“Take some more rice - this is not your city rice. It is unpolished and retains all the nutrients ”
“Taste that pickle. The mango is from our tree. Hope it is not too punjent for you” and so on.
We enjoyed the simple fare of  cooked rice, vegetables, curry, pickles and curds, most of them locally produced and the curds being exceptionally good - obviously made using the milk from contented cows reared by the swamiji.  

Contented Cows
I had a proper look of the surroundings the next morning. The early morning peace and quiet, which one can find almost anywhere in the world was multiplied manyfold around the Balegaru matha. I sat alone on the boulders in the middle of the river hearing the sound of the water falling over next to me and enjoying the serene atmosphere.

The river falls, just by about two feet but enough you make you panic if you lose your hold.

Early morning sun reflected in water

Design on the boulders. Do not know what they are. Algae or some river weeds?

Another view
I stayed there till the sun rose in the east when my wife and son joined me. After a bath in the river, we went into the matha and found the swamiji in the middle of his morning Pooja (worship).

The dieties. Rama Lakshmana Seeta at the top.  Second and third rows left to right are Srikara Naaraayana, Lakshmi Narasimha, Ugra Narasimha, Vedavyasa, Narasimha saligrama and Hayagreeva.  
His day begins at three in the morning with a bath in the river and he sits for meditation and prayers for about two hours (as he told me). It is followed by another bath and Pooja which usually ends by half past eight or quarter to nine, which we witnessed. He says that finishing the daily rituals early gives him and people around him enough time to pursue their other interests, which in his case is agriculture. He goes to work in the field and also attends to the cows in the cowshed. The matha owns about thirty acres of land out of which ten acres are under cultivation. Another bath at eleven and he is ready for the next stage of the ‘Pooja’ followed by lunch and a bit of rest.  He preaches/teaches for sometime if there are people to learn - sometimes there are - and spends some time attending to the day to day affairs of the matha. Then the evening bath followed by the evening ‘pooja’ and the swamiji retires early. Traditionally swamijis eat just once a day in the afternoon after the ritualistic offering of food -‘Naivedya’-to the lord.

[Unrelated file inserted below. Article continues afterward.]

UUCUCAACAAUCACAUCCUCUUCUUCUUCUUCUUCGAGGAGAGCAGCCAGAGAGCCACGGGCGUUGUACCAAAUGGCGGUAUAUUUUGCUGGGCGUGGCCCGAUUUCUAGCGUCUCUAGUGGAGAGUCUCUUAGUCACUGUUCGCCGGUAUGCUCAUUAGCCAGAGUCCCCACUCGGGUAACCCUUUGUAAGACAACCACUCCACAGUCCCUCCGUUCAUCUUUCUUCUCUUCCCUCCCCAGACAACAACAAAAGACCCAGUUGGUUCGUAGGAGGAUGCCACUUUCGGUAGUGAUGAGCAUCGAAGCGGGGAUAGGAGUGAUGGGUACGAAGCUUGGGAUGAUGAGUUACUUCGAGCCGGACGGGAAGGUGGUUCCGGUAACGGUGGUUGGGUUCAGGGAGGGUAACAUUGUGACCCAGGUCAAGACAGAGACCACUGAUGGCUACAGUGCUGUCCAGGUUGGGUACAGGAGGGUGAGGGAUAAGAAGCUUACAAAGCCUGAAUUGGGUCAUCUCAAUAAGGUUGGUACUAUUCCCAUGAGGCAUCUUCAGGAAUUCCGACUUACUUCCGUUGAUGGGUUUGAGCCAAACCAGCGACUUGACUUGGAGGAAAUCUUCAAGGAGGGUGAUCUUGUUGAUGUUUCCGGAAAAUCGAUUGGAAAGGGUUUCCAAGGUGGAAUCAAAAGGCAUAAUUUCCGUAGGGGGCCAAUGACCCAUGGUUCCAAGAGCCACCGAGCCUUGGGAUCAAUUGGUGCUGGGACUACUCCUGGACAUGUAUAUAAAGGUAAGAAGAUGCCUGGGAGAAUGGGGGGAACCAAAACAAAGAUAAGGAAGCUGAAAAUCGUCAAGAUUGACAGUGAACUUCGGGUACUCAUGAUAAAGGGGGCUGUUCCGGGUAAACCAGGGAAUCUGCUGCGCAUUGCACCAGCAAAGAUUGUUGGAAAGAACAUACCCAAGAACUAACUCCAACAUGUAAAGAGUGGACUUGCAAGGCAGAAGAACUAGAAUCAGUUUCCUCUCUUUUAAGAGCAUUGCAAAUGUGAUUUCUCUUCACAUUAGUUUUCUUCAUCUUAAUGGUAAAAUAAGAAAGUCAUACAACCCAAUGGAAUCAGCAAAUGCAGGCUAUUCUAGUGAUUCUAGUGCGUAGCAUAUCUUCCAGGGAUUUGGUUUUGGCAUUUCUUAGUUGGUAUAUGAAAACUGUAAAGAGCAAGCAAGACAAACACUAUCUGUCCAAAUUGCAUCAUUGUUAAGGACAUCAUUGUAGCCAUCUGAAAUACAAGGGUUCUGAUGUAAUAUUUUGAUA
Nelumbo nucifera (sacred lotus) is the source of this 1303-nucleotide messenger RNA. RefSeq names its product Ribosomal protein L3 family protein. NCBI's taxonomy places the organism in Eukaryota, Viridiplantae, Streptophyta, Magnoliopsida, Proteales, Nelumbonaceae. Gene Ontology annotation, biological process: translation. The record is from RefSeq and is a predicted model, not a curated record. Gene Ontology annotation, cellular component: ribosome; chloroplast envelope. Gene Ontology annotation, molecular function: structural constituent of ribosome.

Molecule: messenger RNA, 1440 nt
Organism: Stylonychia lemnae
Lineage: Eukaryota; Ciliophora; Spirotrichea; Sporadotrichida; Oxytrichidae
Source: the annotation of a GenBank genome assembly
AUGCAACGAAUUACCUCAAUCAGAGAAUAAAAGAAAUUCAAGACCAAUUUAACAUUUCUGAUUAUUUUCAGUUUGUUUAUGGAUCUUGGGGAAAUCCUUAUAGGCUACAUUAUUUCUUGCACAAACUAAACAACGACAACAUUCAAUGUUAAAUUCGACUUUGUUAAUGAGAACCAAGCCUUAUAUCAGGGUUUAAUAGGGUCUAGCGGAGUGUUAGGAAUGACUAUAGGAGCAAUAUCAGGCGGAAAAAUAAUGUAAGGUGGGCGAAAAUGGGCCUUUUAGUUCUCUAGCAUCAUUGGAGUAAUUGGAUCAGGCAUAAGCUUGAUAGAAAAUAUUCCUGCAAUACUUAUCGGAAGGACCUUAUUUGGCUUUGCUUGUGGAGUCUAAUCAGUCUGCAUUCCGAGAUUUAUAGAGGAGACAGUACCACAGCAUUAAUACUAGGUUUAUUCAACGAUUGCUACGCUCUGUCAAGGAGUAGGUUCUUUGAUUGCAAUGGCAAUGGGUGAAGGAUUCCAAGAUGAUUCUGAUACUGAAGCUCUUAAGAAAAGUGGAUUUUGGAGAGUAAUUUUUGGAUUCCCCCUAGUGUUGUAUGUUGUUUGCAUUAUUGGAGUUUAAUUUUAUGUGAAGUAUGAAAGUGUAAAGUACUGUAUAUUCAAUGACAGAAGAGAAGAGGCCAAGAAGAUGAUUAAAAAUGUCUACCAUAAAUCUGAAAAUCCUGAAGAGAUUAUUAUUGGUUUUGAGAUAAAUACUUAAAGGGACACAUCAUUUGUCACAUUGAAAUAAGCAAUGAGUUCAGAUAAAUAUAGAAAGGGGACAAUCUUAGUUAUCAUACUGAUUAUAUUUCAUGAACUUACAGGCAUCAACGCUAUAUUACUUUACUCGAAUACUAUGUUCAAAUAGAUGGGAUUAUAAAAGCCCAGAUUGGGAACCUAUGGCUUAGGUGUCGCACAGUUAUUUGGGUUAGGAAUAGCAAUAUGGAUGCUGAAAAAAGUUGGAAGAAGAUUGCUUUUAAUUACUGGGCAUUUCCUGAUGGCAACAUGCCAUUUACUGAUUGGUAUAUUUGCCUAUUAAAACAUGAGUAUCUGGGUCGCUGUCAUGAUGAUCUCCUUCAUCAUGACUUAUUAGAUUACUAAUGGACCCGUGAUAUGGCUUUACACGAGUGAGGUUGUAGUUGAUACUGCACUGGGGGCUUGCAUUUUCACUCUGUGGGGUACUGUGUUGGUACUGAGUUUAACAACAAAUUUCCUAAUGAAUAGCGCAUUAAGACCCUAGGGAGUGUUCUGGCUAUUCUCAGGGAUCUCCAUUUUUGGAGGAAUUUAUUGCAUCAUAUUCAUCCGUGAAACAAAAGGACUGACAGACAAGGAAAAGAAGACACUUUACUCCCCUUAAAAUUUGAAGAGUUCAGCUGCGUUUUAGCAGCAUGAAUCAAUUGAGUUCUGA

View from the main door of the Matha
While the swamiji was engaged in his Pooja we went around the establishment and visited the river once again. Soon after the morning ‘Pooja’ we were offered breakfast and after that we requested the Swamiji to permit us to leave. He insisted that we stay for lunch but when I said that we were planning to visit another place called Honnali near Shimoga and then reach Hubli by evening, he relented. He came out to see us off and as we were getting into the car he said “I am happy that you could come here and stay for a while. What is your impression about our matha? ”

(During our conversation we had touched up on many topics and I had told him my impressions of our religious establishments. He had agreed and said that it was unfortunate)

I told him that the establishments like the Balegaru matha may help us change our opinion of our religious centres and that I would like to be there again.

“I am happy that you think so. Do come again and stay a bit longer. And tell others who are interested, to visit us.”  He went back into the building.

We were in Honnali by afternoon and visited one of my relatives whom I had not met for decades. We were persuaded to stay for lunch and it was almost four when we left. “You will reach Hubli in two hours.  No, don’t go to Harihar. Take this internal road through Tuminakatti and you will save twenty kilometers. It is good and there will be no traffic” said my relative. The road turned out to be a nightmare. Just  like Horanaadu road. With very little traffic. Yes. Just half a dozen large trucks carrying some earth moving equipment which it was impossible to overtake on the narrow road.  I received a call from my relative just as we were entering Hubli at eight in the night.  “I am so sorry that I asked you to take that route. I had travelled by that road six months back and was not aware that it had been damaged badly by the rains. Just now one of my friends told me about it. Did you reach Hubli safe?”

I assured him that we were fine but did not tell him that he now had a stock of curses to last his lifetime.

Our trip had almost ended. What remained was to proceed to Belgaum the next morning for a bit of shopping and reach Ponda by evening.

Back to our grind till my wife decides to go on another trip.